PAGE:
Excellent vocabulary, grammar and punctuation are just some of the skills required of a scopist/editor. BIVR-accredited scopists have demonstrated the requisite level of understanding of these skills, as well as an ability to understand technology and use bespoke software, and, importantly, being able to work under pressure and as part of a team.

The terms “scopist” and “editor” are commonly used terms to describe someone who works alongside the stenographer, and they play an integral role in finalising the transcript, whether for same-day or delayed delivery. According to Scope School, an internet scoping school run by Linda Evenson: “Scoping is what the court reporting industry calls editing. If a court reporter is the writer, a scopist is the editor.”

  • Georgina Ford

  • Contact Info

  • +44 7976 667987
  • ginford.frr@gmail.com
  • About Our Member

  • I began training in late 1989 having absolutely no idea what the job entailed, even after an interview lasting approximately three hours. I began the course, eventually gaining a speed certificate for 250 wpm on my Palantype machine at the IPS and receiving their Apsey-Haynes medal for the achievement. I honed my skills to be a realtime reporter and now after over 25 years, innumerable hearings and uncounted air miles later, I really can’t imagine doing anything else. In June 2018 I undertook and passed the American NCRA’s Registered Professional Reporter (RPR) examination – one section at 100%. In September 2018 I undertook and passed the American NCRA’s Certified Realtime Reporter examination and more recently their Registered Merit Reporter examination.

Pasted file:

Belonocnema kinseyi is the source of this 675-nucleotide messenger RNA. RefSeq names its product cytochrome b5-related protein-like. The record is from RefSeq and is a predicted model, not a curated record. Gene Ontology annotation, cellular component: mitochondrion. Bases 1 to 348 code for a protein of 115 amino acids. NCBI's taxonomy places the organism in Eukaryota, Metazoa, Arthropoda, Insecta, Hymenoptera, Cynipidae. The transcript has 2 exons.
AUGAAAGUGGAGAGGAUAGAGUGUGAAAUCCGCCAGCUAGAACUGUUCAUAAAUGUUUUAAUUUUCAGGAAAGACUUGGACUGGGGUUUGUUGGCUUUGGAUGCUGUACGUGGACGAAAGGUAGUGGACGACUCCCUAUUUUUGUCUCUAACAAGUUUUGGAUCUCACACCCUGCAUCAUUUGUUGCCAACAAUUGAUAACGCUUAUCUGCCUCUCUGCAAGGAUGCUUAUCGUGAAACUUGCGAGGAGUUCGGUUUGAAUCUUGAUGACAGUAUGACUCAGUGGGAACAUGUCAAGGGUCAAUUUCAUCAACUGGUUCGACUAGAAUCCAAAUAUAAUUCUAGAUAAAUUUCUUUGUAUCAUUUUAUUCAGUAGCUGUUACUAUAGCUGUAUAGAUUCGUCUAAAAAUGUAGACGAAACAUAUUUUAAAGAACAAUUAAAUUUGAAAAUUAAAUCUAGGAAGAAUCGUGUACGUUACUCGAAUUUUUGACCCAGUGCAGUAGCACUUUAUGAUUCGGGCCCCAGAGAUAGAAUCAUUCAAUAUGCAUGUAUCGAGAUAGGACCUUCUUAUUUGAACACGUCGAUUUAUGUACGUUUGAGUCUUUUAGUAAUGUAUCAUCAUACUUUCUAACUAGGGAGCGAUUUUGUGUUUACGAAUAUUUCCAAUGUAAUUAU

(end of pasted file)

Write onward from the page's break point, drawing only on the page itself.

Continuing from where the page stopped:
• Member
  • American Depositions, Arbitrations, Court, Disciplinary Hearings/Regulatory Health, NCRA Certified, Realtime, Verbatim STTR/Captioning - On-site
  • UK, EU, Worldwide